But although the programs themselves aren’t always innovative, I think the open source atmosphere can stimulate innovation. Huh? Bear with me. Open source gets you in closer contact with computer internals than a Microsoft or Apple OS generally will. That gets you thinking more about what’s possible and what’s not–the idea of what’s possible starts to have more to do with the hardware than it does with what people have tried before. That stimulates creativity, which in turn stimulates innovation.

Need an example? A calculator company called Busicom accidentally invented the personal computer. I’ve heard several versions of the story, but the gist of it was, Busicom wanted to create a programmable calculator. In the process of creating this device, they commissioned the Intel 4004 CPU, the first chip of its kind. There are conflicting accounts as to whether the resulting product even used the Intel 4004, but that’s immaterial–this calculator’s other innovation was its inclusion of a tape drive.

Intel bought back the rights and marketed the 4004 on its own and became a success story, of course. Meanwhile, people started using their Busicom calculators as inexpensive computers–the built-in tape drive worked as well for data storage as it did for program storage. This was in 1970-1971, several years before the Altair and other kit computers.

Four years later, Busicom was out of business but the revolution was under way, all because some people–both engineers at Intel and end-users who bought the calculators–looked beyond the device’s intended use and saw something more.

Open source software frequently forces you to do the same thing, or it at least encourages it. This fuels innovation, and thus should be encouraged, if anything.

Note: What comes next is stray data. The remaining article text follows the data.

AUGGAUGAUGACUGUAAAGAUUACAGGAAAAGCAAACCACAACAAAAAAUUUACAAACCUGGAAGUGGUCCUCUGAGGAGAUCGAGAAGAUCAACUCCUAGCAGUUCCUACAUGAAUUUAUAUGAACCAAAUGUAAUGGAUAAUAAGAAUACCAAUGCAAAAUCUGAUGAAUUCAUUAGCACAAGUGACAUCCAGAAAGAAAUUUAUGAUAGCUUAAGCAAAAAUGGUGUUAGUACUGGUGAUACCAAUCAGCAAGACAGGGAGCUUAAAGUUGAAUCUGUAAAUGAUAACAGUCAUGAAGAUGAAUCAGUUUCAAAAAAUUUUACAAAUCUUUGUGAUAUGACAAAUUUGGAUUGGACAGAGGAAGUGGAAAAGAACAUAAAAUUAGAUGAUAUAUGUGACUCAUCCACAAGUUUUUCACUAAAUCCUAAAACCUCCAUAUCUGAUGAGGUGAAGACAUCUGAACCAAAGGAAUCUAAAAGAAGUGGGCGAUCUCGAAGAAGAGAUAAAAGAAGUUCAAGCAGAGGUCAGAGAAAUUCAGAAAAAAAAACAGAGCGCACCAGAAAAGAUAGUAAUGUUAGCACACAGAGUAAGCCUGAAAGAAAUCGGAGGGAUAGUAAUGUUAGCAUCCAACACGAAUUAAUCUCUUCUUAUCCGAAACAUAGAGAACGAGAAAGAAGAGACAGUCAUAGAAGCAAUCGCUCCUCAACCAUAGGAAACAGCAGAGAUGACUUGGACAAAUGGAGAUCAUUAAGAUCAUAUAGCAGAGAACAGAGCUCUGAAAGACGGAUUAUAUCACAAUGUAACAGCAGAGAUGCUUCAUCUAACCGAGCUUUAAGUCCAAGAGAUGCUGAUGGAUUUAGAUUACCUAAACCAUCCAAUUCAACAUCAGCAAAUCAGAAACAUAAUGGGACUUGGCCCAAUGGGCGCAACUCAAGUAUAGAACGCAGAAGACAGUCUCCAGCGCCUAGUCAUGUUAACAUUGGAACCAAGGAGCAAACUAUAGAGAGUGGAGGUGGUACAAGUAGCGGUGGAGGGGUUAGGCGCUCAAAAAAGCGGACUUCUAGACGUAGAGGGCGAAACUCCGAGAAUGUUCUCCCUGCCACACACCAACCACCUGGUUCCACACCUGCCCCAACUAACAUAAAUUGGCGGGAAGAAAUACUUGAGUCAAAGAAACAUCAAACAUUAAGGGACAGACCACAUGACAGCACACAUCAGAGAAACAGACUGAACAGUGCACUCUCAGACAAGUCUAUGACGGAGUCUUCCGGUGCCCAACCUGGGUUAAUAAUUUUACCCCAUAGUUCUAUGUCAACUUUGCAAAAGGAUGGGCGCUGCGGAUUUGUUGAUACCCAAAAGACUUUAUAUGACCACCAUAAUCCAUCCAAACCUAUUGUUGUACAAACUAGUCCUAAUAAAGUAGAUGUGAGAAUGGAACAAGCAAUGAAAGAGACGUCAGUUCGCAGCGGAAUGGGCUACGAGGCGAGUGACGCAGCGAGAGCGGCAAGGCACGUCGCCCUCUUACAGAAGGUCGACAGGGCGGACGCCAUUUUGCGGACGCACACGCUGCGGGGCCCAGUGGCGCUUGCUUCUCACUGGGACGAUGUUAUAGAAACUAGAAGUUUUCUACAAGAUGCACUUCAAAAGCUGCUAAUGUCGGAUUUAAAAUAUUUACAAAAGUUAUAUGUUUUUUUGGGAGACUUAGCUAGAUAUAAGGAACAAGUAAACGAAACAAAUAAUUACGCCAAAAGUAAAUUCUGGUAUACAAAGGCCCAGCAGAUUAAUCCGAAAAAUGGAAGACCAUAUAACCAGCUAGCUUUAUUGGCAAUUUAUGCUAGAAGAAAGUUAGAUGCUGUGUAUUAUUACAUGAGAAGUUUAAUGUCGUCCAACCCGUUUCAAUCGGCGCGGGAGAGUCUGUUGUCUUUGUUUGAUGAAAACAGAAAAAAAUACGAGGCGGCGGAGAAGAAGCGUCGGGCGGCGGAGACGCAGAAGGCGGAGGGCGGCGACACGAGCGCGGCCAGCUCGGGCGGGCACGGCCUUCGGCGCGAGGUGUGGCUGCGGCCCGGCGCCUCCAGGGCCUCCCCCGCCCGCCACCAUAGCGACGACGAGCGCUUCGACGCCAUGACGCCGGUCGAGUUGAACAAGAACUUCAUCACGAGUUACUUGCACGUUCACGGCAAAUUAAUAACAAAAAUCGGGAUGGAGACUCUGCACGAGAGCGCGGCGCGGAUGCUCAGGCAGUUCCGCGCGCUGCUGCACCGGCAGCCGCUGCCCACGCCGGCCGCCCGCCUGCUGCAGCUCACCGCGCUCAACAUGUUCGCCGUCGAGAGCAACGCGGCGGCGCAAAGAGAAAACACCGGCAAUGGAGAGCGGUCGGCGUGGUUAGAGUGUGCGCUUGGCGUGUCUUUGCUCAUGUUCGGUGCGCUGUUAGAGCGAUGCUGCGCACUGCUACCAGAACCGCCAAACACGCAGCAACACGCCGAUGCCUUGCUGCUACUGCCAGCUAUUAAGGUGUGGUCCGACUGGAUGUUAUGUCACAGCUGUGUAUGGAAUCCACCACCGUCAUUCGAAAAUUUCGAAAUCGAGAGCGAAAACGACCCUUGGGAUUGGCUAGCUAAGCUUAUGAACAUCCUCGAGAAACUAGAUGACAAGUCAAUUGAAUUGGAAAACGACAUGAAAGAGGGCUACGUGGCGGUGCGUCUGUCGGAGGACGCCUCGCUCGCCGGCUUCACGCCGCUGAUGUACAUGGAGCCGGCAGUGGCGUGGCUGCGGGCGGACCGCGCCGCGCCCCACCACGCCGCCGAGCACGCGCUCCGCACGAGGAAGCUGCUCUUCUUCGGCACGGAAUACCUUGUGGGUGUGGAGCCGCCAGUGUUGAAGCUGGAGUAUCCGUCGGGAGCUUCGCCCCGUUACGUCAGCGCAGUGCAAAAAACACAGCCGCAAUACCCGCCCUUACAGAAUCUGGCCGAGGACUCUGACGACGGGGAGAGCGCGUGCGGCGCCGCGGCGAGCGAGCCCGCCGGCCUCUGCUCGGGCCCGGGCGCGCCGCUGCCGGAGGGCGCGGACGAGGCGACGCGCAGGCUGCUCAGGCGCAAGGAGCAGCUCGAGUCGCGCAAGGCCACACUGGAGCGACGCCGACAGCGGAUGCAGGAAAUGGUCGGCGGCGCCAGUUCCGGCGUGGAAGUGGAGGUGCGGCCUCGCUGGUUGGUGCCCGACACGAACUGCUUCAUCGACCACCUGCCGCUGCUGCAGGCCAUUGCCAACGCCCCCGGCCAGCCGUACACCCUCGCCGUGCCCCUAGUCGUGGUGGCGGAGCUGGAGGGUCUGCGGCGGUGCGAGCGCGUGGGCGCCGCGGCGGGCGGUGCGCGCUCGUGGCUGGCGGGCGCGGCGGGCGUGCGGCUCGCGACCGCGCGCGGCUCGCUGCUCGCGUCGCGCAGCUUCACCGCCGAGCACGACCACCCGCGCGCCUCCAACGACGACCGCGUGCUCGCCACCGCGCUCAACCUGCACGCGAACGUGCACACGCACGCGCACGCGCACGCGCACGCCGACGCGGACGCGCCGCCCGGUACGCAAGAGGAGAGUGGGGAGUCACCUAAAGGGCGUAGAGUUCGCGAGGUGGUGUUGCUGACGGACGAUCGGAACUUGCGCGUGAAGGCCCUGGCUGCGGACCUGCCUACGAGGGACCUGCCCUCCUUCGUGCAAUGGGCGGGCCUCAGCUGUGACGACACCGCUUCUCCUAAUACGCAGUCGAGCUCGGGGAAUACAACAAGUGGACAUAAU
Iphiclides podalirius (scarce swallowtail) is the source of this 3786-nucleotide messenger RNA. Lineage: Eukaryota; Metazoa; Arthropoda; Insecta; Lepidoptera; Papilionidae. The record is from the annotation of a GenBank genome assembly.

Last week’s flood. No, I haven’t answered all the mail about it. I’m going to give it another day before I deal with it, because dealing with a ton of mail is frankly harder than just writing content from scratch. I don’t mind occasionally, but I’d rather wait until a discussion reaches critical mass, you know?

One reader wrote in asking why foreigners care about U.S. gun laws. I don’t really have an answer to that question. I find it very interesting that no American has yet voiced any strong objections to anything I said–I even had a lifelong liberal Democrat write in, and while she stayed to my left, she advocated enforcement of the laws we already have on the books, rather than an outright ban. She’d force more safety classes, but I don’t have any real objections to that notion.

An interesting upgrade approach. The Register reported about a new upgrade board, about to be released by Hypertec, that plugs into any PC with an available ISA slot and upgrades the CPU, video, and sound subsystems. I’m assuming it also replaces the memory subsystem, since pulling system memory through the ISA bus would be pitifully slow.

The solution will be more expensive than a motherboard swap, but for a corporation that has a wide variety of obsolescent PCs, it might be a good solution. First, it’s cheaper than outright replacement. Second, it creates common ground where there was none: two upgraded systems would presumably be able to use the same Ghost/DriveImage/Linux DD image, lowering administrative costs and, consequently, TCO. Third, corporations are frequently more willing to upgrade, rather than replace, existing systems even when it doesn’t make economic sense to do so (that’s corporate management for you).

Depending on the chipset it uses and the expected timeframe, I may be inclined to recommend these for the company I work for. We’ve got anywhere from 30-100 systems that aren’t capable of running Office 2000 for whatever reason. Some of them are just old Micron Client Pros, others are Micron Millenias who were configured by idiots (a local clone shop that we used to contract with way back when–I’ve never seen anyone configure NT in a more nonsensical manner), others are clones built by idiots, and others are well-built clones that just happen to be far too old to upgrade economically.

Many of these machines can be upgraded–the Microns are all ATX, so an Intel motherboard and a low-end CPU would be acceptable. Most of the others are ATs and Socket 7-based. An upgrade CPU would likely work, but will be pricey and compatibility is always a dicey issue, and most businesses are still stuck in the Intel-only mindset. (Better not tell them Macintoshes don’t use Intel CPUs–wait… Someone PLEASE tell them Macs don’t use Intel CPUs! Yeah, I’ll be an Intel lackey in exchange for never having to troubleshoot an extension conflict on a Mac again. But that’s another story.) They all need memory upgrades, and buying SIMMs in this day and age is a sucker bet. Average price of the upgrades would be $550, but we’d have a hodgepodge of systems. If we can get common ground and two years of useful life for $700 from Hypertec, upper management would probably approve it.